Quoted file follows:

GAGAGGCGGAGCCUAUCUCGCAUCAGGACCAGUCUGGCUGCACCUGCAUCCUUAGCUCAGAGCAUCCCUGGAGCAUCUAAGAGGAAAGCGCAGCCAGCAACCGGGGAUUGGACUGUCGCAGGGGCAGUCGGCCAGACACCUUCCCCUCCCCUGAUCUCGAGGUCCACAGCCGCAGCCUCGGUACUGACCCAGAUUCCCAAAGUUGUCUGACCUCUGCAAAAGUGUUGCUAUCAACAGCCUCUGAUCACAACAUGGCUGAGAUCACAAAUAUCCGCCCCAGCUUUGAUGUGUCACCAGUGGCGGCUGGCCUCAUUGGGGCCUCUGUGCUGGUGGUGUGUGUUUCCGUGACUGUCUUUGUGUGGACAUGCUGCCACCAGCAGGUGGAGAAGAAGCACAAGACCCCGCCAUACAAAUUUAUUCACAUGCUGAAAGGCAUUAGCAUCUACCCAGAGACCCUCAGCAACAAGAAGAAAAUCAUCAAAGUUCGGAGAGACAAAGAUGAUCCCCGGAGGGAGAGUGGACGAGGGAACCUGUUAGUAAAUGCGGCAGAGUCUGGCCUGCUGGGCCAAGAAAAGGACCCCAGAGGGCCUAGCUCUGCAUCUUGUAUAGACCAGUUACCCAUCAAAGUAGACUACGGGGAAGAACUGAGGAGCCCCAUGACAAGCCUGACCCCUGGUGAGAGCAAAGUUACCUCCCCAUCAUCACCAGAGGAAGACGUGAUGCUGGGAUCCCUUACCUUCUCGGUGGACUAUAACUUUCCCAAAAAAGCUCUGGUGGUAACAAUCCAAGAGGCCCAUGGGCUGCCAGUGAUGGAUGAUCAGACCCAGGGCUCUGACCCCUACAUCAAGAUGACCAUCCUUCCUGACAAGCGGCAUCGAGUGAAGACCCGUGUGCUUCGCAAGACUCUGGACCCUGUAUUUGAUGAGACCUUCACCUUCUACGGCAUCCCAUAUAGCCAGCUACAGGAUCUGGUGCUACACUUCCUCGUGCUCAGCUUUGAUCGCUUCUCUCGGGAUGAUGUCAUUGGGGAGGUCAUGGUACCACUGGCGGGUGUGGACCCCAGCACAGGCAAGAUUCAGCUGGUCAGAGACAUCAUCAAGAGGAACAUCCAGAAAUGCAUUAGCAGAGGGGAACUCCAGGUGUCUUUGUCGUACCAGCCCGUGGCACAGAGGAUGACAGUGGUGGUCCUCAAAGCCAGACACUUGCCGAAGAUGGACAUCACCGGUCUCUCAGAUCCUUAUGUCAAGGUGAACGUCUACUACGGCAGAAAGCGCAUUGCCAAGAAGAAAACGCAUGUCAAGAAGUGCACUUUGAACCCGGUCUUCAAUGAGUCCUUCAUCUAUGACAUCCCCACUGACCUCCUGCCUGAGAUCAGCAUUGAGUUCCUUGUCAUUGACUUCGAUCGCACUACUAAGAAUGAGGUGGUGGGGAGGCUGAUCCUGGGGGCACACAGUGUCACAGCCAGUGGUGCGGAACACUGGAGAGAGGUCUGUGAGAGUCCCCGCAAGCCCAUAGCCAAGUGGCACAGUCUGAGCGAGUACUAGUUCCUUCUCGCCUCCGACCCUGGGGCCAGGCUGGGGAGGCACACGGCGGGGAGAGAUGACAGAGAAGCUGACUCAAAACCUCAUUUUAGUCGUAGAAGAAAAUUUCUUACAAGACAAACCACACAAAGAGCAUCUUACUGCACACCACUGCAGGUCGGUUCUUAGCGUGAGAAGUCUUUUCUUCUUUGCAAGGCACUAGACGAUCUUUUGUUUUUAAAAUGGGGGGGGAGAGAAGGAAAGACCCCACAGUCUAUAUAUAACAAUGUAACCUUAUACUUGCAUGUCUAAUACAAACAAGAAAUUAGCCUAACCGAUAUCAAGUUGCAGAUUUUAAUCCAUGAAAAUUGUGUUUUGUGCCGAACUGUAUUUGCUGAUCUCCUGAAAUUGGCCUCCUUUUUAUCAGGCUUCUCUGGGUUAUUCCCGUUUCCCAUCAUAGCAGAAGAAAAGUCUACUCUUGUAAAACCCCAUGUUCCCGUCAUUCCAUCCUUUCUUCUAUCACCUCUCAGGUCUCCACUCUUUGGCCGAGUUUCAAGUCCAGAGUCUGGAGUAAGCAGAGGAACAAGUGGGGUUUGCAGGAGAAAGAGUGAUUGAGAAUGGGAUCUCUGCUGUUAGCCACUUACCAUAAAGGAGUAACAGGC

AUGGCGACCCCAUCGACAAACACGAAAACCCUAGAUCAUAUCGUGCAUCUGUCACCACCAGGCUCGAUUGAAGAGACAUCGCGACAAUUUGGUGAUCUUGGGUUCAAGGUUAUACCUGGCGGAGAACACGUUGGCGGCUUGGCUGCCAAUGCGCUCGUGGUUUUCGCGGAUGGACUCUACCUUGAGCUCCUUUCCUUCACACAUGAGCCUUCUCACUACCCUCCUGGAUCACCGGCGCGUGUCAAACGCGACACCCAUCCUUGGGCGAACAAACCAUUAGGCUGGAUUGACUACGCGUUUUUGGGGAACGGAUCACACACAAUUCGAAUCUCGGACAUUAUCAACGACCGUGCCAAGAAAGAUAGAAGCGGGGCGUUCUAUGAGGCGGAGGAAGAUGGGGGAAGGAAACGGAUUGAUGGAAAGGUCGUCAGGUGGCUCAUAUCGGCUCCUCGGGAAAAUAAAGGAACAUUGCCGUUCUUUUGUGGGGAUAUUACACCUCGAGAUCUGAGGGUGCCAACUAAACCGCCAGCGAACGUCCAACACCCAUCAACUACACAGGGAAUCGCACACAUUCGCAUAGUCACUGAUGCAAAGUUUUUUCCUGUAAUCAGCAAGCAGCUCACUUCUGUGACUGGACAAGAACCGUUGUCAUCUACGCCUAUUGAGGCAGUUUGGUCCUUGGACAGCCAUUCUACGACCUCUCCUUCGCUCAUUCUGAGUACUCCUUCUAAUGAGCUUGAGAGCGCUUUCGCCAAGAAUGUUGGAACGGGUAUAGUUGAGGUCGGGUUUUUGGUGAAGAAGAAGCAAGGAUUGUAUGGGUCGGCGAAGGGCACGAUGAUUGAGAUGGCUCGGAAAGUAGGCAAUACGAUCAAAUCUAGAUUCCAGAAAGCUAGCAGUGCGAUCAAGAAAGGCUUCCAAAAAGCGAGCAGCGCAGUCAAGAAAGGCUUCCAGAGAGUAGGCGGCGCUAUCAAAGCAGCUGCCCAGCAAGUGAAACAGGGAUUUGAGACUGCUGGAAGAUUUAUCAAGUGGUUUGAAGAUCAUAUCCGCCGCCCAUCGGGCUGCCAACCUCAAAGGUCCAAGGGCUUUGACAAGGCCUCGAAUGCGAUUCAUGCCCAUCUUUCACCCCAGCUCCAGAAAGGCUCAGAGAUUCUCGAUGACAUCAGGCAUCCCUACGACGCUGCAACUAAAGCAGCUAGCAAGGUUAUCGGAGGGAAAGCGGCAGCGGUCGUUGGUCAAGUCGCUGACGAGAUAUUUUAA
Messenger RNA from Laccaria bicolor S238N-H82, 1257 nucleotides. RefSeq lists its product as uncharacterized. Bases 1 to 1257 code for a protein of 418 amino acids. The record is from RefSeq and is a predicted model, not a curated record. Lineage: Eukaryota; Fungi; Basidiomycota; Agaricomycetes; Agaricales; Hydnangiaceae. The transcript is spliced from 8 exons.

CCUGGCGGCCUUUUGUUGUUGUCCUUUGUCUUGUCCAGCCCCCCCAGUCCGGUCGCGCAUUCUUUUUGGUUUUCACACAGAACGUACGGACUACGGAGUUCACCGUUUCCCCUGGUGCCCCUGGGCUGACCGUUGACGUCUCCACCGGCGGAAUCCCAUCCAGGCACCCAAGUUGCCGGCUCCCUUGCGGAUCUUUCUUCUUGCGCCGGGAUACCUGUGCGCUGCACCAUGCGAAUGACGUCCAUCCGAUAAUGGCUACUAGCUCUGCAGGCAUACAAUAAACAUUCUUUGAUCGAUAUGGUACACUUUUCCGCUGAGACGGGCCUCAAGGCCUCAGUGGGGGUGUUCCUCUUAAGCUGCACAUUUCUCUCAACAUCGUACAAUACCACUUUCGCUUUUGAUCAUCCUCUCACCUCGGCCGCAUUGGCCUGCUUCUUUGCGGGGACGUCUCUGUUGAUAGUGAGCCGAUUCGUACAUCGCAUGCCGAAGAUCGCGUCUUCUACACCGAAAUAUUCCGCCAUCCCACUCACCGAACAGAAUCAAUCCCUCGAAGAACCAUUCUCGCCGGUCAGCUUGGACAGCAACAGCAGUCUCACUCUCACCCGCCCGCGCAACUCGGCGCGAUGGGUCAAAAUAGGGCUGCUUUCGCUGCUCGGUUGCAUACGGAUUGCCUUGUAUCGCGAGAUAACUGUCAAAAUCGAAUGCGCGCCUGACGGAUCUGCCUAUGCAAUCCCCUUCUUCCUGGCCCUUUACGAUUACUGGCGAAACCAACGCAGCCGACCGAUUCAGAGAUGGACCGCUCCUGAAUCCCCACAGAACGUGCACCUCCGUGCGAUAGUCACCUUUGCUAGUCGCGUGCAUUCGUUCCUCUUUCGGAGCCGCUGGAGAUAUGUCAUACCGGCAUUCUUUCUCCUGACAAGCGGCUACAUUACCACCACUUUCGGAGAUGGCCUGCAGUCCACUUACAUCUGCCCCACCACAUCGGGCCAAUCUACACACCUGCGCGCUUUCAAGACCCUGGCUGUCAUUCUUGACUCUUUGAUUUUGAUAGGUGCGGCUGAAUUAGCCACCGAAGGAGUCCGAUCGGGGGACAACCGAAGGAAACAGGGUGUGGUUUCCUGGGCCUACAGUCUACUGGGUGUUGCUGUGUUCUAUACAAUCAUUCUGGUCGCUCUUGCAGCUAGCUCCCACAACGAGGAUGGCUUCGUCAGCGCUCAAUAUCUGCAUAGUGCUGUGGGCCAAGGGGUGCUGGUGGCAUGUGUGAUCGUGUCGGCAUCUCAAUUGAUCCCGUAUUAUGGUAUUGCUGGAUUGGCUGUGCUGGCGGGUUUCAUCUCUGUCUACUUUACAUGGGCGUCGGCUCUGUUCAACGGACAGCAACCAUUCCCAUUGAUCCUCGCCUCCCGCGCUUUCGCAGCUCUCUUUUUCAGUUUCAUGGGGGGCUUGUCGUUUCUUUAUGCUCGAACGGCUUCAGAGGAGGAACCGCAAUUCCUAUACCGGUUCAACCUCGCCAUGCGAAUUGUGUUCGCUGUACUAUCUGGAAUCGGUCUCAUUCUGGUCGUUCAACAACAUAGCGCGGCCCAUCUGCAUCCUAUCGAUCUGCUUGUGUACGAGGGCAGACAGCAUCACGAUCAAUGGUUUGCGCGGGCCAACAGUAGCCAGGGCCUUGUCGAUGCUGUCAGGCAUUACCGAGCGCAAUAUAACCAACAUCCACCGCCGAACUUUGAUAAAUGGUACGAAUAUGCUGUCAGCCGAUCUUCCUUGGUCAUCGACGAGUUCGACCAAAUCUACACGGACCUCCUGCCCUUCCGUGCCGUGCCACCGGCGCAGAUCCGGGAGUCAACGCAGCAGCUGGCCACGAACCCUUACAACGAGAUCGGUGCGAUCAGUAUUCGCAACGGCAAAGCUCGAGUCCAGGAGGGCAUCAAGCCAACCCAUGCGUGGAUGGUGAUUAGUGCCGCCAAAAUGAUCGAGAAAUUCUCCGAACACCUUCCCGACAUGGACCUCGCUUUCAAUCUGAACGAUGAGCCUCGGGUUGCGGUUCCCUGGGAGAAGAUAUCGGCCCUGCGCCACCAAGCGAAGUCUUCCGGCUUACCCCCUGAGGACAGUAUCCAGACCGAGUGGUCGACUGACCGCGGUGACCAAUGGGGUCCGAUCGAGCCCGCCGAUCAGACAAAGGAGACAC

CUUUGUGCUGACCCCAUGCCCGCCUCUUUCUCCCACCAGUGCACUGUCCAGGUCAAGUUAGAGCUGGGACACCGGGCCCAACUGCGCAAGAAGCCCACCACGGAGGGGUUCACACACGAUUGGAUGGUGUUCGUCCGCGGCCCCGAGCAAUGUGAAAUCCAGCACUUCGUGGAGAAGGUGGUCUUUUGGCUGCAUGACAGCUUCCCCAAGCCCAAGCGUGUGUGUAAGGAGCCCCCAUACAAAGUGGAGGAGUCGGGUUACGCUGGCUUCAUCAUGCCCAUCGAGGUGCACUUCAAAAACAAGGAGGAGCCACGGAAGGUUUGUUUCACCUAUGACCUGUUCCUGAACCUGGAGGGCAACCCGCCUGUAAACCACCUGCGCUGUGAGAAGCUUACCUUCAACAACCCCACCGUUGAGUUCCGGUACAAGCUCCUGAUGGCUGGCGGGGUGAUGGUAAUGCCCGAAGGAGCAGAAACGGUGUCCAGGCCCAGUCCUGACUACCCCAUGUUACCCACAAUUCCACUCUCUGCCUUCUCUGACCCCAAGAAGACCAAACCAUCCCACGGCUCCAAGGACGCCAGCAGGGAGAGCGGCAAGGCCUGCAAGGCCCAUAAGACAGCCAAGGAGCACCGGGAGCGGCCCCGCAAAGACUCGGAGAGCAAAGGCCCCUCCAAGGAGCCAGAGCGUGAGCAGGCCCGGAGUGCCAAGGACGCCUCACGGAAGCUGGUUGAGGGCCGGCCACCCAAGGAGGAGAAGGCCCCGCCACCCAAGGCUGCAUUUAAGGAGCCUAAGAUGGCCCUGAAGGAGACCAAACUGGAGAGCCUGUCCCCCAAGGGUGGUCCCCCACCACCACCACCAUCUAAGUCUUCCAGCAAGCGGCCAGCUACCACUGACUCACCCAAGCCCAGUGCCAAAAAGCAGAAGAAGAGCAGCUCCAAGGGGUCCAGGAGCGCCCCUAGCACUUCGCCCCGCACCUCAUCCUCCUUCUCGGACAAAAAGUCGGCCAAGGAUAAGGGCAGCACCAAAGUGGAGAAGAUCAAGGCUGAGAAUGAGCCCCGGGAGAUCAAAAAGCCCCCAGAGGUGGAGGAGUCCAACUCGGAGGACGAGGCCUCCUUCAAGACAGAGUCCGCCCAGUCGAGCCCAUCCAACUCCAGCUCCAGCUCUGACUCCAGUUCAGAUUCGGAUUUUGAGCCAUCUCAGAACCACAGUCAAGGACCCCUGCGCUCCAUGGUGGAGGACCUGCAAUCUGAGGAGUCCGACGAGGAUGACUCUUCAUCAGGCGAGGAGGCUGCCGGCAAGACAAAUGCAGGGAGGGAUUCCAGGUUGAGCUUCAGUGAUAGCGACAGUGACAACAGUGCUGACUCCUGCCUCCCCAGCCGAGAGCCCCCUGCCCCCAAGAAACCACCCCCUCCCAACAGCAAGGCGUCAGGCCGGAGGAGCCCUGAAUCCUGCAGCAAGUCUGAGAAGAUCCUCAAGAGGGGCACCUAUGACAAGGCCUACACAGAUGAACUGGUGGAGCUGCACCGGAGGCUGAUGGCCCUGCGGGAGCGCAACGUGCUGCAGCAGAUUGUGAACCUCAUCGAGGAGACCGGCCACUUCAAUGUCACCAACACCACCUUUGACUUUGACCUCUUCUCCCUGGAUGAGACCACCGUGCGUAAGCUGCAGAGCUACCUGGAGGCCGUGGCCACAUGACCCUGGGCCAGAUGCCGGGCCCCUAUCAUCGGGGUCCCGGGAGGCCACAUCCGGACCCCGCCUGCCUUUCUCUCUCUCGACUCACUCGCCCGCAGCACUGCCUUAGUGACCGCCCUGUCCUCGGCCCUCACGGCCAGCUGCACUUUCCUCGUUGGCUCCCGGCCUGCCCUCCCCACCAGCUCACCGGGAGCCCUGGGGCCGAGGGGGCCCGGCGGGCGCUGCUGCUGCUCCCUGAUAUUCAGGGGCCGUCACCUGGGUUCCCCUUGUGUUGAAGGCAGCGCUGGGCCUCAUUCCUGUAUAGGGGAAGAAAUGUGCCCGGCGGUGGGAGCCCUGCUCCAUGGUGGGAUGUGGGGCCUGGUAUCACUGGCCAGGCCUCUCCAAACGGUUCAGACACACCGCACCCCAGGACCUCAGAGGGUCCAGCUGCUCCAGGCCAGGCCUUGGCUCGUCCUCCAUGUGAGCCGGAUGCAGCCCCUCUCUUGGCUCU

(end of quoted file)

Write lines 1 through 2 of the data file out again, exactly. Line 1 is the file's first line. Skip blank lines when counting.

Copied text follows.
GAGAGGCGGAGCCUAUCUCGCAUCAGGACCAGUCUGGCUGCACCUGCAUCCUUAGCUCAGAGCAUCCCUGGAGCAUCUAAGAGGAAAGCGCAGCCAGCAACCGGGGAUUGGACUGUCGCAGGGGCAGUCGGCCAGACACCUUCCCCUCCCCUGAUCUCGAGGUCCACAGCCGCAGCCUCGGUACUGACCCAGAUUCCCAAAGUUGUCUGACCUCUGCAAAAGUGUUGCUAUCAACAGCCUCUGAUCACAACAUGGCUGAGAUCACAAAUAUCCGCCCCAGCUUUGAUGUGUCACCAGUGGCGGCUGGCCUCAUUGGGGCCUCUGUGCUGGUGGUGUGUGUUUCCGUGACUGUCUUUGUGUGGACAUGCUGCCACCAGCAGGUGGAGAAGAAGCACAAGACCCCGCCAUACAAAUUUAUUCACAUGCUGAAAGGCAUUAGCAUCUACCCAGAGACCCUCAGCAACAAGAAGAAAAUCAUCAAAGUUCGGAGAGACAAAGAUGAUCCCCGGAGGGAGAGUGGACGAGGGAACCUGUUAGUAAAUGCGGCAGAGUCUGGCCUGCUGGGCCAAGAAAAGGACCCCAGAGGGCCUAGCUCUGCAUCUUGUAUAGACCAGUUACCCAUCAAAGUAGACUACGGGGAAGAACUGAGGAGCCCCAUGACAAGCCUGACCCCUGGUGAGAGCAAAGUUACCUCCCCAUCAUCACCAGAGGAAGACGUGAUGCUGGGAUCCCUUACCUUCUCGGUGGACUAUAACUUUCCCAAAAAAGCUCUGGUGGUAACAAUCCAAGAGGCCCAUGGGCUGCCAGUGAUGGAUGAUCAGACCCAGGGCUCUGACCCCUACAUCAAGAUGACCAUCCUUCCUGACAAGCGGCAUCGAGUGAAGACCCGUGUGCUUCGCAAGACUCUGGACCCUGUAUUUGAUGAGACCUUCACCUUCUACGGCAUCCCAUAUAGCCAGCUACAGGAUCUGGUGCUACACUUCCUCGUGCUCAGCUUUGAUCGCUUCUCUCGGGAUGAUGUCAUUGGGGAGGUCAUGGUACCACUGGCGGGUGUGGACCCCAGCACAGGCAAGAUUCAGCUGGUCAGAGACAUCAUCAAGAGGAACAUCCAGAAAUGCAUUAGCAGAGGGGAACUCCAGGUGUCUUUGUCGUACCAGCCCGUGGCACAGAGGAUGACAGUGGUGGUCCUCAAAGCCAGACACUUGCCGAAGAUGGACAUCACCGGUCUCUCAGAUCCUUAUGUCAAGGUGAACGUCUACUACGGCAGAAAGCGCAUUGCCAAGAAGAAAACGCAUGUCAAGAAGUGCACUUUGAACCCGGUCUUCAAUGAGUCCUUCAUCUAUGACAUCCCCACUGACCUCCUGCCUGAGAUCAGCAUUGAGUUCCUUGUCAUUGACUUCGAUCGCACUACUAAGAAUGAGGUGGUGGGGAGGCUGAUCCUGGGGGCACACAGUGUCACAGCCAGUGGUGCGGAACACUGGAGAGAGGUCUGUGAGAGUCCCCGCAAGCCCAUAGCCAAGUGGCACAGUCUGAGCGAGUACUAGUUCCUUCUCGCCUCCGACCCUGGGGCCAGGCUGGGGAGGCACACGGCGGGGAGAGAUGACAGAGAAGCUGACUCAAAACCUCAUUUUAGUCGUAGAAGAAAAUUUCUUACAAGACAAACCACACAAAGAGCAUCUUACUGCACACCACUGCAGGUCGGUUCUUAGCGUGAGAAGUCUUUUCUUCUUUGCAAGGCACUAGACGAUCUUUUGUUUUUAAAAUGGGGGGGGAGAGAAGGAAAGACCCCACAGUCUAUAUAUAACAAUGUAACCUUAUACUUGCAUGUCUAAUACAAACAAGAAAUUAGCCUAACCGAUAUCAAGUUGCAGAUUUUAAUCCAUGAAAAUUGUGUUUUGUGCCGAACUGUAUUUGCUGAUCUCCUGAAAUUGGCCUCCUUUUUAUCAGGCUUCUCUGGGUUAUUCCCGUUUCCCAUCAUAGCAGAAGAAAAGUCUACUCUUGUAAAACCCCAUGUUCCCGUCAUUCCAUCCUUUCUUCUAUCACCUCUCAGGUCUCCACUCUUUGGCCGAGUUUCAAGUCCAGAGUCUGGAGUAAGCAGAGGAACAAGUGGGGUUUGCAGGAGAAAGAGUGAUUGAGAAUGGGAUCUCUGCUGUUAGCCACUUACCAUAAAGGAGUAACAGGC

AUGGCGACCCCAUCGACAAACACGAAAACCCUAGAUCAUAUCGUGCAUCUGUCACCACCAGGCUCGAUUGAAGAGACAUCGCGACAAUUUGGUGAUCUUGGGUUCAAGGUUAUACCUGGCGGAGAACACGUUGGCGGCUUGGCUGCCAAUGCGCUCGUGGUUUUCGCGGAUGGACUCUACCUUGAGCUCCUUUCCUUCACACAUGAGCCUUCUCACUACCCUCCUGGAUCACCGGCGCGUGUCAAACGCGACACCCAUCCUUGGGCGAACAAACCAUUAGGCUGGAUUGACUACGCGUUUUUGGGGAACGGAUCACACACAAUUCGAAUCUCGGACAUUAUCAACGACCGUGCCAAGAAAGAUAGAAGCGGGGCGUUCUAUGAGGCGGAGGAAGAUGGGGGAAGGAAACGGAUUGAUGGAAAGGUCGUCAGGUGGCUCAUAUCGGCUCCUCGGGAAAAUAAAGGAACAUUGCCGUUCUUUUGUGGGGAUAUUACACCUCGAGAUCUGAGGGUGCCAACUAAACCGCCAGCGAACGUCCAACACCCAUCAACUACACAGGGAAUCGCACACAUUCGCAUAGUCACUGAUGCAAAGUUUUUUCCUGUAAUCAGCAAGCAGCUCACUUCUGUGACUGGACAAGAACCGUUGUCAUCUACGCCUAUUGAGGCAGUUUGGUCCUUGGACAGCCAUUCUACGACCUCUCCUUCGCUCAUUCUGAGUACUCCUUCUAAUGAGCUUGAGAGCGCUUUCGCCAAGAAUGUUGGAACGGGUAUAGUUGAGGUCGGGUUUUUGGUGAAGAAGAAGCAAGGAUUGUAUGGGUCGGCGAAGGGCACGAUGAUUGAGAUGGCUCGGAAAGUAGGCAAUACGAUCAAAUCUAGAUUCCAGAAAGCUAGCAGUGCGAUCAAGAAAGGCUUCCAAAAAGCGAGCAGCGCAGUCAAGAAAGGCUUCCAGAGAGUAGGCGGCGCUAUCAAAGCAGCUGCCCAGCAAGUGAAACAGGGAUUUGAGACUGCUGGAAGAUUUAUCAAGUGGUUUGAAGAUCAUAUCCGCCGCCCAUCGGGCUGCCAACCUCAAAGGUCCAAGGGCUUUGACAAGGCCUCGAAUGCGAUUCAUGCCCAUCUUUCACCCCAGCUCCAGAAAGGCUCAGAGAUUCUCGAUGACAUCAGGCAUCCCUACGACGCUGCAACUAAAGCAGCUAGCAAGGUUAUCGGAGGGAAAGCGGCAGCGGUCGUUGGUCAAGUCGCUGACGAGAUAUUUUAA